Upflow vs Downflow Furnace: What’s the Difference?
Furnaces can often be classified according to the direction in which they blow conditioned air. All furnaces have a blower. Whether you’re trying to warm or cool your home, the blower will run. It’s a motorized fan that forces conditioned air into the ductwork so that it can be distributed throughout your home.
There are upflow furnaces and downflow furnaces, however. Both electric and gas furnaces are available in these upflow and downflow styles. What’s the difference between these two types of furnaces exactly?
What Is an Upflow Furnace?
An upflow furnace is a type of furnace that blows conditioned air upward. As air enters the bottom of an upflow furnace, it will be exposed to the heating element or heat exchanger. The heated air will then travel upwards where it enters the ductwork. Upflow furnaces are specifically designed to move conditioned air – both heated and cooled air – upwards.
What Is a Downflow Furnace?
A downflow furnace is a type of furnace that blows conditioned air downward. Downflow furnaces consist of the same basic parts as upflow furnaces. They simply move conditioned air in a different direction.
Stagnant air will enter a downflow furnace at the top. After being warmed or cooled, the newly conditioned air will then travel downward. It will move from the top of the downflow furnace to the bottom, at which point it will enter the ductwork.
Differences Between Upflow and Downflow Furnaces
The way in which a furnace is designed to blow conditioned air will determine whether it’s an upflow or downflow furnace. Upflow furnaces move conditioned air upward, whereas downflow furnaces move conditioned air downward.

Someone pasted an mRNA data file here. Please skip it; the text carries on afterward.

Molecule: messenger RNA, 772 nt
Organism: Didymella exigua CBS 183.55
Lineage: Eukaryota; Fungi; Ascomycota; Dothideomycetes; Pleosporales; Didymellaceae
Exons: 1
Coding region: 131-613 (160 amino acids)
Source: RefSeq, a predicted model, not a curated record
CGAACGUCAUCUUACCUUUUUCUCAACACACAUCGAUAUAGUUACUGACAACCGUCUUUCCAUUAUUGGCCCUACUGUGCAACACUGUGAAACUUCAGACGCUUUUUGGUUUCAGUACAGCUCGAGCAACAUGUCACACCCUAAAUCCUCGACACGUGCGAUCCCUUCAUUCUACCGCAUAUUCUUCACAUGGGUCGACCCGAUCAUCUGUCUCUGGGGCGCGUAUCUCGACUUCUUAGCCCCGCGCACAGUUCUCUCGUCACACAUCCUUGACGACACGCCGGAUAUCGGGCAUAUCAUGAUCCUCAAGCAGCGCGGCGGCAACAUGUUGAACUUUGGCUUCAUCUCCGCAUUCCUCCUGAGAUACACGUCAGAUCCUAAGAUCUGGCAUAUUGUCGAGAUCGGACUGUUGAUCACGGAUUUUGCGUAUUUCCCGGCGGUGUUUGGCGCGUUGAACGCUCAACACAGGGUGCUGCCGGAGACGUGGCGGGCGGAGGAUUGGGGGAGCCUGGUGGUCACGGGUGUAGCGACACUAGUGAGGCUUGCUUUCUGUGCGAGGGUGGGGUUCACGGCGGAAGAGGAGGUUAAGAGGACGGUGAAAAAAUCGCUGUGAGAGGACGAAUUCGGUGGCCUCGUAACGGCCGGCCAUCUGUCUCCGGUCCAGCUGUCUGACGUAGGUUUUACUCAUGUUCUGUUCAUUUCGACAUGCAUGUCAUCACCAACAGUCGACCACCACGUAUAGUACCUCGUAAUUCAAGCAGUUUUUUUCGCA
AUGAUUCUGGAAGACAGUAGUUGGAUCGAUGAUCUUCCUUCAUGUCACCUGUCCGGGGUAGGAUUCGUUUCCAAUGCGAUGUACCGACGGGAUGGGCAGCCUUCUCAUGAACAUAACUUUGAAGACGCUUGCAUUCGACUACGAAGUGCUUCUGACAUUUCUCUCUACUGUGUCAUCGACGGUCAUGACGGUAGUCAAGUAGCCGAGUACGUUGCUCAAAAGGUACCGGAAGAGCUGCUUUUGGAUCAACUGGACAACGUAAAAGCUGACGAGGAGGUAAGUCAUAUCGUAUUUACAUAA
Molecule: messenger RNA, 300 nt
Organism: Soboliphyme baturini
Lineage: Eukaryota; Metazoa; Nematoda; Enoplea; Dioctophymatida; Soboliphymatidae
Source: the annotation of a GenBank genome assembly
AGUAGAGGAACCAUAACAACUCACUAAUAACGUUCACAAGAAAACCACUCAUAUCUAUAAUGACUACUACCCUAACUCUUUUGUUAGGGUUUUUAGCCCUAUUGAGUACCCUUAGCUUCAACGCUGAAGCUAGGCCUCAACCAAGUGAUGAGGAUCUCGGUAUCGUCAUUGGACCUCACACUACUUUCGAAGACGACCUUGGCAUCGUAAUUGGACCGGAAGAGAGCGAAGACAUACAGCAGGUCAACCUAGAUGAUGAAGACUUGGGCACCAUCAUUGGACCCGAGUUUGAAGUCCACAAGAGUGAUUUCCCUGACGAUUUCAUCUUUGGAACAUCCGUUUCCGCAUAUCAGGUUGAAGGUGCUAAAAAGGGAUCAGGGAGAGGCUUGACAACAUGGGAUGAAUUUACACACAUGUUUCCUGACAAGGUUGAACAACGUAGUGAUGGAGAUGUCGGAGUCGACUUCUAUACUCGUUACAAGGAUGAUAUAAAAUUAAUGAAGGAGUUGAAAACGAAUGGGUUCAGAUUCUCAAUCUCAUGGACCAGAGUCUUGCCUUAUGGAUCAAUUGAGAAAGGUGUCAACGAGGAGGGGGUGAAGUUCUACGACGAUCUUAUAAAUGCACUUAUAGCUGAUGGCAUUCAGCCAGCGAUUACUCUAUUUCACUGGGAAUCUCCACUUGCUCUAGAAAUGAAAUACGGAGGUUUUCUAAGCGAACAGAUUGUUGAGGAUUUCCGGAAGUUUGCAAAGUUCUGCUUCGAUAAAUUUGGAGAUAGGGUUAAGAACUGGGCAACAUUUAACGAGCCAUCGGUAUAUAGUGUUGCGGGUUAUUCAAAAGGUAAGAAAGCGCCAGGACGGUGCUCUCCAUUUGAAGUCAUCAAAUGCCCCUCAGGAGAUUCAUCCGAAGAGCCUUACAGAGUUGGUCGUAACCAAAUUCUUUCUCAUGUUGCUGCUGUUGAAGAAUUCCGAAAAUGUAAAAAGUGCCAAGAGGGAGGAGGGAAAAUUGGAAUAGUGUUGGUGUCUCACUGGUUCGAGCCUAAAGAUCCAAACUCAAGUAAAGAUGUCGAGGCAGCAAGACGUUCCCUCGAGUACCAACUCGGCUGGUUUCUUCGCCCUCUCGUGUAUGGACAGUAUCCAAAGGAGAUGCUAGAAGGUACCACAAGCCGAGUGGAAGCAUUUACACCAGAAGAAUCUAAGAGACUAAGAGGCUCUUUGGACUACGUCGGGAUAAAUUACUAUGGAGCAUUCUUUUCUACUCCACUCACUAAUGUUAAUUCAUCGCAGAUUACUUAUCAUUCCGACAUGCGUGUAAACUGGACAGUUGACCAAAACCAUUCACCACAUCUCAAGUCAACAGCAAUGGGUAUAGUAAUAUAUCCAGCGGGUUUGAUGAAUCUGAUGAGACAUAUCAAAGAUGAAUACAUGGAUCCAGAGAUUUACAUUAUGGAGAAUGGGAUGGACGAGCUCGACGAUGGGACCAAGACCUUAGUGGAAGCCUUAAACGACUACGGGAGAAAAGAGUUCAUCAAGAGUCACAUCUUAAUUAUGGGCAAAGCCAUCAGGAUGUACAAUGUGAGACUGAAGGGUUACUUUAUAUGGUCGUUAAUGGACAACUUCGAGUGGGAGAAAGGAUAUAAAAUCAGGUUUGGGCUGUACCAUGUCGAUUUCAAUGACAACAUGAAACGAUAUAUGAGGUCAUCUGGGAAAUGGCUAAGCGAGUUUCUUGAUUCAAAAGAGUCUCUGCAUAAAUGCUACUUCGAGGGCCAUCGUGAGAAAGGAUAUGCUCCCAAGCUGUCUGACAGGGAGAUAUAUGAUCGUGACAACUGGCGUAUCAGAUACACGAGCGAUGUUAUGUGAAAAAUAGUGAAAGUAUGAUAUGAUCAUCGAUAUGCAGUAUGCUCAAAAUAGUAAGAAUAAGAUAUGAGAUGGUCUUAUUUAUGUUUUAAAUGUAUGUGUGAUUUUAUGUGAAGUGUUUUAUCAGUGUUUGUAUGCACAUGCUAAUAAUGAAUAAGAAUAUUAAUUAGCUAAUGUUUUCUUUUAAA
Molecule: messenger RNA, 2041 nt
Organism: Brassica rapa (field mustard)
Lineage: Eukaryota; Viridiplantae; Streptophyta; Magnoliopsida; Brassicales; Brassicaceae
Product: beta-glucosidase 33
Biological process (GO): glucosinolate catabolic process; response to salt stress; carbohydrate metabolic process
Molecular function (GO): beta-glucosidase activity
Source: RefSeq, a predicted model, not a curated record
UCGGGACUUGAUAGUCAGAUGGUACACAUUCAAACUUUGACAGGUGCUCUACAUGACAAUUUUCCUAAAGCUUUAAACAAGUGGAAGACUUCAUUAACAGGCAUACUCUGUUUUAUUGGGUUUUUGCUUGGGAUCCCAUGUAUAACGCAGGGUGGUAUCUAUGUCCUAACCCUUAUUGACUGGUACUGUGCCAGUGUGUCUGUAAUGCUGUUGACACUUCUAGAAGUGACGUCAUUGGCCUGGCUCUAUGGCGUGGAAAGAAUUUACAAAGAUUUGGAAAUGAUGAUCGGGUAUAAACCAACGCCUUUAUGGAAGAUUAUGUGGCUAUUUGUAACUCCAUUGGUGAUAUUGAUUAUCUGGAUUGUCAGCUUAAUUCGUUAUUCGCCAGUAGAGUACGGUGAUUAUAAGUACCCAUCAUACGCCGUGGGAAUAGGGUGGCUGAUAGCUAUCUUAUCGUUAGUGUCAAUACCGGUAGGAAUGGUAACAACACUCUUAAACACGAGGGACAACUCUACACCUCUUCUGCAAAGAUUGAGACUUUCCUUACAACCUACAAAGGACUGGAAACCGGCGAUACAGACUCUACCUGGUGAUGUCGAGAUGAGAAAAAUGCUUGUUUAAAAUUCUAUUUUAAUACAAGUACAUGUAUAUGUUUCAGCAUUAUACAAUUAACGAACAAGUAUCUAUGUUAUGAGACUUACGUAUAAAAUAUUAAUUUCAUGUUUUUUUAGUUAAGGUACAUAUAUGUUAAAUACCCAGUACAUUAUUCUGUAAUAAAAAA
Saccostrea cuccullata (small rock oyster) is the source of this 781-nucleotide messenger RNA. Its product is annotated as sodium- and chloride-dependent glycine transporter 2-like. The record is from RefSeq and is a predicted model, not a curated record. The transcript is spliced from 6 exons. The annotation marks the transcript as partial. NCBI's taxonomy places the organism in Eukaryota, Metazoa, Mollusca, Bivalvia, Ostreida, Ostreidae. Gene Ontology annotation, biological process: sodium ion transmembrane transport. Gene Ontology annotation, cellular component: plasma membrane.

Because they move conditioned air in different directions, upflow and downflow furnaces don’t perform the same. In warm climates, including the Southeast, upflow furnaces are typically more efficient at cooling homes. With an upflow furnace, the cool air produced your air conditioning system will travel upward. Upflow furnaces are typically installed in the basement or crawlspace, which is cooler than attics where downflow furnaces are typically installed.
Upflow furnaces are also easier to install than downflow furnaces. Most downflow furnaces are installed in the attic. Attics, of course, often lack stable flooring. Even if your home has an attic, it may not have suitable flooring to accommodate a downflow furnace – at least not without making modifications to it. Basements are more likely to feature solid flooring, which is ideal for a downflow furnace.